Review: Stephen Hawking remembered by Cambridge Philharmonic Orchestra
In a short pre-concert talk for Cambridge Philharmonic’s French Connections on Saturday (March 17) evening, their conductor Timothy Redmond reminded the audience that France has always been a musical nation.
The wealth of material included in this 20-minute survey was amazing. Tim pointed out transatlantic configurations and cross-fertilisations among French composers in the inter-war years, highlighting, as well, other key players in the story, such as Nadia Boulanger and Winnaretta Singer, patron and heiress to the sewing machine fortune.
Just how avant-garde some of the compositions could be was demonstrated in the first piece we heard, Ionisation, written for 13 percussionists by Varèse. The Guildhall Percussion Ensemble performed this intriguing work, but not before one of its members, Finan Jones, had introduced us, helpfully, to some of the less likely ‘instruments’ involved in it. These included, among other more recognisable ones, a hand-revved siren and a contraption called ‘the lion’s roar’.
To Varèse all this was perfectly legitimate of course, as music, he believed, was merely another form of organised noise. The percussionists were impressive, and it was hard to believe that the sound they were making belonged to 1931, and not to some product of a modern recording studio.
The orchestra and chorus then assembled to perform Stravinsky’s Symphony of Psalms which reflects its composer’s return to his Russian Orthodox roots, but where he somehow manages triumphantly to convey the spirit of earlier musical ages through the sounds of the present.
A deep instinct for religious faith in Stravinsky, who took up residence in France, was similarly represented by Poulenc’s composition, Stabat Mater, a legacy of his return to Roman Catholicism and later performed in the concert.
And here came an astounding circumstance. Tim said that he’d learned from a BBC Radio 3 tribute that the favourite composers of Stephen Hawking, the Cambridge physicist, cosmologist and music enthusiast who had died in the current week, were Stravinsky and Poulenc. In fact, BBC Radio 3 had played the Stravinsky work in memory of him, this being apparently the first recording Hawking had ever bought.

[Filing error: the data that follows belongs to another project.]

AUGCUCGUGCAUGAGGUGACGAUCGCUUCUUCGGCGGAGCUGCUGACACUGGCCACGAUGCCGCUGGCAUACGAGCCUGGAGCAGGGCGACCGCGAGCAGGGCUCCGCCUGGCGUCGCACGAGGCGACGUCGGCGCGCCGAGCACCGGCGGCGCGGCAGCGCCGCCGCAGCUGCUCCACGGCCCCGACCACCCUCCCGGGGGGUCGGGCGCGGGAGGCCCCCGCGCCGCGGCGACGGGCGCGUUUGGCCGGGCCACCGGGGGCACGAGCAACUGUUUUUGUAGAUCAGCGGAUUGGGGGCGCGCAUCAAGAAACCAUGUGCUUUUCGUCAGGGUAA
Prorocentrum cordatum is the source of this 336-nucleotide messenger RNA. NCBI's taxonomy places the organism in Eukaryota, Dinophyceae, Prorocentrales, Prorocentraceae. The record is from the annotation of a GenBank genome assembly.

The concert, therefore, could almost have been tailored to this sad occasion, and Tim said that their own performance of the Symphony of Psalms would be dedicated to Hawking.
The orchestra and chorus admirably conveyed the power of this work, whose dark inter-galactic expansiveness, especially in the first Psalm, one could well see might have had profound significance for a cosmologist.
Next, pianists, Romanian Nicolae Mihaila and French-born Thibault Charrin came together for a performance of Poulenc’s Concerto for two pianos, whose execution calls for extreme virtuosity. Both had it in abundance, and then some.
The concerto reflects the exuberance of the jazz age as well as the jokey and frolicsome ‘other side’ of Poulenc, one that this time appealed perhaps to the ‘playful’ element in Hawking, and remembered by everyone as another pronounced part of his personality.
The two pianists acknowledged the audience’s rapturous reception with an encore, Thibault Charrin’s own fun arrangement of a well-known piece from Debussy’s Children’s Corner suite, with the pianists deftly throwing passages back and forth one to the other.
The orchestra and chorus, under leader Paula Muldoon, then performed Ravel’s Daphnis and Chloé Suite No. 2, a veritable ‘encyclopedia of orchestration’ to borrow Tim’s phrase. This was a splendid rendition of a famous work originally written for ballet. The powerful conclusion with its rhythmic thrusts, as the once innocent Daphnis and Chloe celebrate their reunion, left little to the imagination, recalling something of the heterodoxies of taste that were of such concern to music traditionalists of the era.
This ambitious and absorbing concert drew to its conclusion with the Stabat Mater. In three of its 12 movements the Cambridge Philharmonic Orchestra and Chorus were joined by French mezzo-soprano, Margo Arsane, whose moving contributions, especially in Poulenc’s ‘Vidit Suum,’ surely one of the bleakest pieces of music ever written, were delivered with poise, grace and delicacy.
A full and appreciative audience, emerging into the blizzard outside, had been treated to a truly imaginative programme, a cornucopia of information and some wonderful music-making to keep their spirits warm homeward bound, while eagerly anticipating CPO’s next concert on Sunday, May 20.
More by this authorJohn Gilroy